Cordilleran Section - 113th Annual Meeting - 2017

Paper No. 2-5
Presentation Time: 10:25 AM


MOSOLF, Jesse G., Montana Bureau of Mines and Geology, Montana Tech, 1300 West Park Street, Butte, MT 59701,

Eocene magmatism in the northern Cordillera was synchronous with regional transtension in the North American plate and the exhumation of mid-crustal rocks in the Anaconda, Bitterroot, Clearwater, and Priest River Metamorphic Core Complexes (MCCs). Large-magnitude extension was relayed between these en echelon MCCs through dextral displacement on the WNW-trending Lewis and Clark Fault Zone (LCFZ). In this study, important kinematic and geochemical constraints on Eocene crustal evolution within the eastern LCFZ comes from detailed geologic mapping, 81 whole-rock geochemical analyses, and 25 U-Pb LA-ICPMS ages within the relatively understudied Avon, Garnet Range, and Crater Mountain volcanic fields in west-central Montana.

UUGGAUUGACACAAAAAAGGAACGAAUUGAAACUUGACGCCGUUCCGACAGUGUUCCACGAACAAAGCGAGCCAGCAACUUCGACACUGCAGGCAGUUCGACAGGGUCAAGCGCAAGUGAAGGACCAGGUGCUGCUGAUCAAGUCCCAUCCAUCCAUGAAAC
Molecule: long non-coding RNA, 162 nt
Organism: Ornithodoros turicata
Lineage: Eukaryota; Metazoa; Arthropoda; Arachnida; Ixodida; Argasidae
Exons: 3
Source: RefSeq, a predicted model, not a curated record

Volcanic sequences rest on a sub-Eocene angular unconformity and are deformed by NW- and NE-striking, high-angle, oblique-slip faults indicative of dextral transtensive shearing. Intertonguing sequences of dominantly trachyandesite to trachydacite lava flows (SiO2 = 57-68 wt %; 46.01±0.23 to 48.21±0.17 Ma) are the oldest extrusive volcanic rocks exposed. Rhyolite lavas (SiO2 = 74-80 wt %; 39.83±0.19 to 40.62±0.16 Ma) and tuff deposits (SiO2 = 57-68 wt %; 39.24±0.16 to 39.79±0.12 Ma) overlie the older lavas in the Avon and Crater Mountain volcanic fields, respectively. These volcanic sequences all have a high-K, calc-alkaline affinity and exhibit a “subduction signature” of enriched large-ion lithophile elements and depleted high field strength elements. Petrography, combined with major and trace element data, suggest that assimilation-fractional crystallization significantly modified the source magmas.

The new field and analytical results reported herein support passage of the Kula-Farallon slab window beneath west-central Montana during the Eocene. Upwelling of hot asthenosphere beneath the slab window heated and melted a lithospheric mantle enriched by metasomatism during the Late Cretaceous through Paleocene low-angle subduction of the Farallon plate. Magmatism was synchronous with the exhumation of MCCs (~53-40 Ma) and dextral transtensive deformation within the LCFZ induced by thermal softening of the lithosphere and differential traction between the subducting Kula and Farallon plates.